Every photographer fears that their images will be stolen. In the age of the internet we have to make a complete and honest truth made known to you: it’s going to happen. There is nothing you can do about it in the age of screenshots–but you can track it when it happens. Sure, there are services out there that can use special technology like color coding to track where your images are online, but there are also the much more tried and true methods that you can go about working with and that shouldn’t be ignored.
And the key has to do with Metadata and SEO.
Load up the images that you want to be worked with in Adobe Lightroom. When you’re in the library panel, what you should do is make sure that all the images that you particularly want to work with in an editing session are selected. Then you’ll want to scroll down to the areas involving keywording. To begin with, keywords are the parameters that Google and search engines use to find content. It is most typically associated with videos and blog content, but there is absolutely no reason why you shouldn’t embed this data into your images.
In fact, we feel that most photographers don’t embed this in their images. Sure, it’s an extra step, but it will help you track your work all over the web when done correctly.
Next you’re going to once again double check that the images that you want to work with are specifically selected. The easiest way to do this is to work with Lightroom’s collections option. To continue, you’ll want to start entering in keywords. To figure out what keywords to enter in, you’ll want to ask yourself the who, what, when, where, how and why questions. For example, this past weekend, I was at the New York Burlesque Festival for 2014. So keywords that I entered varied but mostly all of them had these things that were common:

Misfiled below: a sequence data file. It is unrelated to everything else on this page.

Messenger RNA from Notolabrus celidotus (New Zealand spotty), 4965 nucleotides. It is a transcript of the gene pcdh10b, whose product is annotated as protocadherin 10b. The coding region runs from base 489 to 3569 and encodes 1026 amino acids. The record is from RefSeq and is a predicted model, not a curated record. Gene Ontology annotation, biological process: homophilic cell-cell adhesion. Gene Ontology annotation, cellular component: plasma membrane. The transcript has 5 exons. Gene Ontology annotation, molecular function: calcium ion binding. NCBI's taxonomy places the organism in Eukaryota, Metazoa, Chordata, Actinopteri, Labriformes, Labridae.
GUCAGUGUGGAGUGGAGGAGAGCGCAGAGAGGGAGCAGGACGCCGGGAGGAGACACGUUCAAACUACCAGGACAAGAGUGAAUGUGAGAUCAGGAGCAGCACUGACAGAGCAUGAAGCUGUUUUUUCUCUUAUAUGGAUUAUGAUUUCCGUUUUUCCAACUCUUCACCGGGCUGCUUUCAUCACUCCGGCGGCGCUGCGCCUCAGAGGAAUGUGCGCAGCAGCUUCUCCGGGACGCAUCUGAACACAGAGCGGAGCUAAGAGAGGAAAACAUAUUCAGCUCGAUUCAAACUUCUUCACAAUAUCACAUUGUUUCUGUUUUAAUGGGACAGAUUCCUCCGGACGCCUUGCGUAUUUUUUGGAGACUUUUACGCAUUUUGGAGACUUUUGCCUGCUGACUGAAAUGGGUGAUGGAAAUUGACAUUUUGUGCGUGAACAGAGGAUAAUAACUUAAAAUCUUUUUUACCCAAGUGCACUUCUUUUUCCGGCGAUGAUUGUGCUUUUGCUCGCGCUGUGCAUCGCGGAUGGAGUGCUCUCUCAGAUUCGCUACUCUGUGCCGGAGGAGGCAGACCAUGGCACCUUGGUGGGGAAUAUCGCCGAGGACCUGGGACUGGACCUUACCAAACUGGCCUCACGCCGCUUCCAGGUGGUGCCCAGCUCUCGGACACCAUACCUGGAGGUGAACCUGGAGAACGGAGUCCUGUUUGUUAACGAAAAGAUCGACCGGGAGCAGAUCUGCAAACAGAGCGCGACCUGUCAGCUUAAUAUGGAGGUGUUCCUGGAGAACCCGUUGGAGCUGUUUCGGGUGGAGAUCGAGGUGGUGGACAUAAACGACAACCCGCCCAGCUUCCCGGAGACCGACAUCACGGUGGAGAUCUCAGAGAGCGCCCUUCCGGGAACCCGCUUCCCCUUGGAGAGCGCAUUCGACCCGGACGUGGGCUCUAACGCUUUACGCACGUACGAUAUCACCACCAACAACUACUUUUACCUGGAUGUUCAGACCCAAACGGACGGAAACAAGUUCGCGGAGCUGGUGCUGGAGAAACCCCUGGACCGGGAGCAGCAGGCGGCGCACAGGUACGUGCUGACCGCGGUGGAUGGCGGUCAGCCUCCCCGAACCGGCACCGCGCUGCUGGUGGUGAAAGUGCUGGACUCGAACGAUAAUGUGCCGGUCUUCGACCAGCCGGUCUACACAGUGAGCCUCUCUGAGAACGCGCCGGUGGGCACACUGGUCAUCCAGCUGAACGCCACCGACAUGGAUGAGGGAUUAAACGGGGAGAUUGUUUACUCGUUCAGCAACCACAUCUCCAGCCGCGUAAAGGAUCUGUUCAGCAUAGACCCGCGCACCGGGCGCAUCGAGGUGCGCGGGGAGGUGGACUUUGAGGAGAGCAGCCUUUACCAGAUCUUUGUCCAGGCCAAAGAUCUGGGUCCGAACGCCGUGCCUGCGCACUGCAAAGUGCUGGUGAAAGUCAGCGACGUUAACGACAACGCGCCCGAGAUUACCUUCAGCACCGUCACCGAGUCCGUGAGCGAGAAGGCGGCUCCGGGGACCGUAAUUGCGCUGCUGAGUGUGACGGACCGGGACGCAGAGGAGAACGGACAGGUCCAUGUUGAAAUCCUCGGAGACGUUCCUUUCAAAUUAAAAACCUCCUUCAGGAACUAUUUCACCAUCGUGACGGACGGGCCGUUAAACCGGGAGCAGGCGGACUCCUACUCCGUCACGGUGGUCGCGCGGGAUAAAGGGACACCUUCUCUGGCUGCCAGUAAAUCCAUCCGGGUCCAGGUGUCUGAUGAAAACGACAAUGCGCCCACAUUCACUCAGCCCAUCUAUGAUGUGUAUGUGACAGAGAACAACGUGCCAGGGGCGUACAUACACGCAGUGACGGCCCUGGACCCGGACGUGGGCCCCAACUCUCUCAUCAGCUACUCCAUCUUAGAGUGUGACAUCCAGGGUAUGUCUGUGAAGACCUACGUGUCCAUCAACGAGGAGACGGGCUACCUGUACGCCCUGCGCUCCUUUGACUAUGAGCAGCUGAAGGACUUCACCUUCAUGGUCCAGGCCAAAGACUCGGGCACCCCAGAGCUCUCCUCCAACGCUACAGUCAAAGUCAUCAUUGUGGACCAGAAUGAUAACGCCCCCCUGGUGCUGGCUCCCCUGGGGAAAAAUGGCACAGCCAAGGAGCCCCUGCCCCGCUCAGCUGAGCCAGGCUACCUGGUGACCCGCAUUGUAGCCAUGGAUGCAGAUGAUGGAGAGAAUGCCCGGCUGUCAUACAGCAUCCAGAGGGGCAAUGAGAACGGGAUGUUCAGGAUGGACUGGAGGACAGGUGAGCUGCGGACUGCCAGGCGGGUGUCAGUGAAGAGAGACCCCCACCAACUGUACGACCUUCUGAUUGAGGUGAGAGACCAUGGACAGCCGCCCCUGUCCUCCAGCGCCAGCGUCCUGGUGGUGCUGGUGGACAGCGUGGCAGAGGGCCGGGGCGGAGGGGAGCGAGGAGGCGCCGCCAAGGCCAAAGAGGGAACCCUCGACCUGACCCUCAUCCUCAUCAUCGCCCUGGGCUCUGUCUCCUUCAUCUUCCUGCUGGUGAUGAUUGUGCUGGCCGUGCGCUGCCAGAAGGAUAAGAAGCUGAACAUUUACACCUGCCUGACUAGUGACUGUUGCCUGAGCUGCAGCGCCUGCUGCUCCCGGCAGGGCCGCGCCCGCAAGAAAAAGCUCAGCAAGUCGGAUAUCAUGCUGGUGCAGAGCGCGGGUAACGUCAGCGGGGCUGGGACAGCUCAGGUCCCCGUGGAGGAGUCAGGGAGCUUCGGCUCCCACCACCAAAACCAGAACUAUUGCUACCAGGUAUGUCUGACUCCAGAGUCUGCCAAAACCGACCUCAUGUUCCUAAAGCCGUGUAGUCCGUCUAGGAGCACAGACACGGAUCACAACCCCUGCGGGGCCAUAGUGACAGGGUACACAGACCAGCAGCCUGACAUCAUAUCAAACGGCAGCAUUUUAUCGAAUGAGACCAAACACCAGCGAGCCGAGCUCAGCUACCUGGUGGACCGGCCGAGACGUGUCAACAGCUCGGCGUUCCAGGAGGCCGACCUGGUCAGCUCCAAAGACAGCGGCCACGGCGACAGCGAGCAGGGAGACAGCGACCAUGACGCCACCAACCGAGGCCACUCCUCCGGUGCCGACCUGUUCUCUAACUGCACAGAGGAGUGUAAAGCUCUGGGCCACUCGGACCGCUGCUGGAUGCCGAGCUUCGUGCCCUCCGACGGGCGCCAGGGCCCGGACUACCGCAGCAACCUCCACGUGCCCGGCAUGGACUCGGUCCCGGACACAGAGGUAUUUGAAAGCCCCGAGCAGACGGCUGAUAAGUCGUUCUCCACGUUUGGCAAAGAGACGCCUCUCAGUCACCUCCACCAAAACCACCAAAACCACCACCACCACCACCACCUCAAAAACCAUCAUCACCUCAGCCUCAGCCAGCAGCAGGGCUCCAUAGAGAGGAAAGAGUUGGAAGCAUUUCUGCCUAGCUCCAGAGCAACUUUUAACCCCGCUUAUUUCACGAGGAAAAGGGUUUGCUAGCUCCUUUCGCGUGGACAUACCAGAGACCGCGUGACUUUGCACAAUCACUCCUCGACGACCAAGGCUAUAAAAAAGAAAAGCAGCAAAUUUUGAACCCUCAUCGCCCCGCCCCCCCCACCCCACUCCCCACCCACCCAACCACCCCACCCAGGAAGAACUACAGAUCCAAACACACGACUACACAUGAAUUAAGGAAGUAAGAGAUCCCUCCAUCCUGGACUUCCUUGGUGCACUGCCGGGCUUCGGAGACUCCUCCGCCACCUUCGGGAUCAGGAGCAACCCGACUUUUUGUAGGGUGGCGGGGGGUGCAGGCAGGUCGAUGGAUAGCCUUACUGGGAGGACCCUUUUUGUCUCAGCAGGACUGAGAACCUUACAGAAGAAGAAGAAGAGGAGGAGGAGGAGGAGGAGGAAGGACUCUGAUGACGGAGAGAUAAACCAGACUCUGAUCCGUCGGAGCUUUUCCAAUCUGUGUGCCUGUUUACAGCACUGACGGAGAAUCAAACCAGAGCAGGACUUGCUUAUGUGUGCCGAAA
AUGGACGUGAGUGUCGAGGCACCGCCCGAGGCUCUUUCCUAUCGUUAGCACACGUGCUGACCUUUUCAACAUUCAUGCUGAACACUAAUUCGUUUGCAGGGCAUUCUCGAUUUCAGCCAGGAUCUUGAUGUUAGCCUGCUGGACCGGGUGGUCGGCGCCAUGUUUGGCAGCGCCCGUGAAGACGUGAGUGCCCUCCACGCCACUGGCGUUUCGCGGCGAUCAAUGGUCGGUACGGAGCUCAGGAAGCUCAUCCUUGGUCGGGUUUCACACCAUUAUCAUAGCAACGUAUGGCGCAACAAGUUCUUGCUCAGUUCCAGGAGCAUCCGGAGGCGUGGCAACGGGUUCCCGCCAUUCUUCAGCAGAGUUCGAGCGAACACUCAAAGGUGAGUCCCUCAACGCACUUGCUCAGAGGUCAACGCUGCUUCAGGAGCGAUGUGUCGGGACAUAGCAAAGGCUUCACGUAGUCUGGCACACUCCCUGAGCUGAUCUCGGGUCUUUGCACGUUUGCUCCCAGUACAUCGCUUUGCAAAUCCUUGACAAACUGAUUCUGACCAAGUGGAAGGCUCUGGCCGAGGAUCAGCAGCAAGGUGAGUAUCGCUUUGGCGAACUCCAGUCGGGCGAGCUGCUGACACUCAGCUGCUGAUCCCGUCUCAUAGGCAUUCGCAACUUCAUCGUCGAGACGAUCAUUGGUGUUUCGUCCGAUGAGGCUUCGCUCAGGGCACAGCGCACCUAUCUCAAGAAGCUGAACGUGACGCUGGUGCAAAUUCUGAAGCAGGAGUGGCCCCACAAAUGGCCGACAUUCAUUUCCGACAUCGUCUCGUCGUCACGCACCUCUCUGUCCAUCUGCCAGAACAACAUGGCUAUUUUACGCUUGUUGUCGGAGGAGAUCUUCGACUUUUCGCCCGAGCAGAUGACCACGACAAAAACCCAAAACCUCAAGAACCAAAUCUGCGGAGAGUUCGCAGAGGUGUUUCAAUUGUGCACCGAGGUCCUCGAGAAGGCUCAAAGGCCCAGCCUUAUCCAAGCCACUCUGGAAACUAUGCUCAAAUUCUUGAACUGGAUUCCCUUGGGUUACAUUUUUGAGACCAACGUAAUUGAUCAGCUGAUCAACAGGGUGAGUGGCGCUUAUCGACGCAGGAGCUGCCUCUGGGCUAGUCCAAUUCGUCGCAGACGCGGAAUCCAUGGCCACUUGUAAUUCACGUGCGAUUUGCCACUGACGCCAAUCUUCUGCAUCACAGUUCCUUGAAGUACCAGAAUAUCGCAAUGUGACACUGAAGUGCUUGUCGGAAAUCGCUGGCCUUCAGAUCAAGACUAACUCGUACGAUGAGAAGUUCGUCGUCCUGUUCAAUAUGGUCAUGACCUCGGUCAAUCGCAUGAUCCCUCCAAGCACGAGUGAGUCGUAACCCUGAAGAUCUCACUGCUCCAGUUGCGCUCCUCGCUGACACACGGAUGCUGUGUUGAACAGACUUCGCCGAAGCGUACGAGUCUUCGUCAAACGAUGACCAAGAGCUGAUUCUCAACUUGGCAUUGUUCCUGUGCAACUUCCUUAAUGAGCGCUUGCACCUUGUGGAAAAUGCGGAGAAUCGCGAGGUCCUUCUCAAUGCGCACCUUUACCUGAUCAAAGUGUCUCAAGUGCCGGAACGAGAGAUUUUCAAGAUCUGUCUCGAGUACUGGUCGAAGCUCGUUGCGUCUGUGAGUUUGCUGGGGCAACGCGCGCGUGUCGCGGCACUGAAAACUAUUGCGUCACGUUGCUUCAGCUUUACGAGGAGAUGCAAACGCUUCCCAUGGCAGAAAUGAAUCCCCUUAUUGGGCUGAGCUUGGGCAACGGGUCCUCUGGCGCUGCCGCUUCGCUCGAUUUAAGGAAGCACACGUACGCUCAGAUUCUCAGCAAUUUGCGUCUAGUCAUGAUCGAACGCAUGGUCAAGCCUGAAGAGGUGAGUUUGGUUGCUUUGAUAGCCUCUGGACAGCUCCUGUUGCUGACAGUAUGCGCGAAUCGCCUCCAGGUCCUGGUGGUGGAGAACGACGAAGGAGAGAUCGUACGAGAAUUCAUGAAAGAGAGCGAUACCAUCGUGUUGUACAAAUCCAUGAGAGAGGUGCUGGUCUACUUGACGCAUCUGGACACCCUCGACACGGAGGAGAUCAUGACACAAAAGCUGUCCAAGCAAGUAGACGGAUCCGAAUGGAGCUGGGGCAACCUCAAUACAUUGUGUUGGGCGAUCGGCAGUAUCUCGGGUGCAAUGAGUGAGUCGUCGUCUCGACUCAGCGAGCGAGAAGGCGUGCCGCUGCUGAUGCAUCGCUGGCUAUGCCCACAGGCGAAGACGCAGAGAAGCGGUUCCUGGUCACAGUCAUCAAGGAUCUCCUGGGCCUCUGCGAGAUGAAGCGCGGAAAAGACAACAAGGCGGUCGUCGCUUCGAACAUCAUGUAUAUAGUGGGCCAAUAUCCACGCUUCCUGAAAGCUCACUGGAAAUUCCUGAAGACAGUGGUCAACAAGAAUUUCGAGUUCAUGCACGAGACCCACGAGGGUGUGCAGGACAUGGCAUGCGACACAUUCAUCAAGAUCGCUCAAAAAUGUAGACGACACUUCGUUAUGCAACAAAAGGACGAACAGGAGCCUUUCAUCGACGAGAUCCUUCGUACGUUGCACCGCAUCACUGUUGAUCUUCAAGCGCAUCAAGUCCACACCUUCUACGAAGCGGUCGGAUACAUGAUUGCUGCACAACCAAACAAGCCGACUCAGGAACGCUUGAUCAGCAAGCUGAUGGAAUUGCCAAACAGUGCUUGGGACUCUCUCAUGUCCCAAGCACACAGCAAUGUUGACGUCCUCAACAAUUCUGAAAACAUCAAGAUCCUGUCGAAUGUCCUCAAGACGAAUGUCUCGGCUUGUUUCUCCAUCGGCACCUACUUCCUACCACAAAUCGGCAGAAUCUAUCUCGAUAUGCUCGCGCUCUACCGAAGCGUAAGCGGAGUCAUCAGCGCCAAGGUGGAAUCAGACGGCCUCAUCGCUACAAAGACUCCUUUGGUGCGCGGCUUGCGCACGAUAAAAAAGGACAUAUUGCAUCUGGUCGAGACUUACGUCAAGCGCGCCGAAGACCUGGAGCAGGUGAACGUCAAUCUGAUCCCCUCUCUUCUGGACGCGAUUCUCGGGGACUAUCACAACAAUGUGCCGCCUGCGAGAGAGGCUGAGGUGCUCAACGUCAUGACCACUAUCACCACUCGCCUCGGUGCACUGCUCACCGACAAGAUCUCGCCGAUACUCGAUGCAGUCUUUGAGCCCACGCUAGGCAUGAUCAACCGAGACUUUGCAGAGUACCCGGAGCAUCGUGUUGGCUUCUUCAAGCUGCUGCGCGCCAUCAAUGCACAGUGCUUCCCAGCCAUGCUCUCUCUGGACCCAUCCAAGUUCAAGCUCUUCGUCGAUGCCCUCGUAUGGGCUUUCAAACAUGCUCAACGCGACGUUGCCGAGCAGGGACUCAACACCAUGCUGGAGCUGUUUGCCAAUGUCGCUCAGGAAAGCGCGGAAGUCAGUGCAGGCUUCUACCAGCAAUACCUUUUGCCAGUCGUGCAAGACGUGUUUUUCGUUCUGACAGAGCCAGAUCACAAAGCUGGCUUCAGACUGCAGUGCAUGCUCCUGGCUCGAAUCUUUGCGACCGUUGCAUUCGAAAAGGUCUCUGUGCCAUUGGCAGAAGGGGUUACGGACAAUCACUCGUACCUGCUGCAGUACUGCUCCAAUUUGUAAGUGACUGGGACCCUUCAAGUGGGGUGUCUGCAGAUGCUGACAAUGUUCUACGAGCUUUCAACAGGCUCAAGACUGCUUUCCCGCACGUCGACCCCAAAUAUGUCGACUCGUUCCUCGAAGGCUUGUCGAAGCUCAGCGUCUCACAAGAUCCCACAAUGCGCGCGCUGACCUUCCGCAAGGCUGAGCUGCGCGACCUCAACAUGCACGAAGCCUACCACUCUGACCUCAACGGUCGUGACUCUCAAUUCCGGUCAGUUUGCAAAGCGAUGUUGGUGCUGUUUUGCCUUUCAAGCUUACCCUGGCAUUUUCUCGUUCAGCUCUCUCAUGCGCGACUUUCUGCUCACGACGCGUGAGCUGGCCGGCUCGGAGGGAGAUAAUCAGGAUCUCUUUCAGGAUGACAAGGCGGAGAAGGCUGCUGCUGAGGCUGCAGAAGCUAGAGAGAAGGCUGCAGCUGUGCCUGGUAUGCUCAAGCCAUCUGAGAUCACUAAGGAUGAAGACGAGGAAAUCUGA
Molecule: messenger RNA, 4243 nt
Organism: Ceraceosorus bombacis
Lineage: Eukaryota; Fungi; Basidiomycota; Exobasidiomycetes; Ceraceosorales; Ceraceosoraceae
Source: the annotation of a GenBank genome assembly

Chris Gampat, Fujifilm X Pro 1, 35mm f1.4, NYC, New York, New York City, New York Burlesque Festival, 2014, Brooklyn, Brooklyn Bowl, Burlesque, Raquel Reed.
To give ideas about the reasons why I chose those words: they include the location, event, performers, my name, etc. You’ll need to formulate and answer questions involving the above bold-italicized parameters to figure out the keywords to put in.
After this, you’ll want to scroll down the right panel and start importing copyright information. I’m the creator, but all of my work is covered under my company, which is the Phoblographer. It also helps that we have a Copyright submitted in with the government on our content, but copyright is actually live at the creation of the images.
Then when this is all done, you’ll want to sync the metadata up.
The last part has to do with proper naming in the exports of the images. What I usually do is put my name, The Phoblographer, and a general naming scheme for what the images are. Sometimes this naming reflects works in the keywords to make it redundant and more searchable when I type my name into Google to search for my images.
Then it’s just a matter of uploading your images. Granted, some services remove this info, but if the images are on your website or a service like 500px then your metadata will be retained.
Keep doing this and eventually you’ll be likely to find all your images on the web.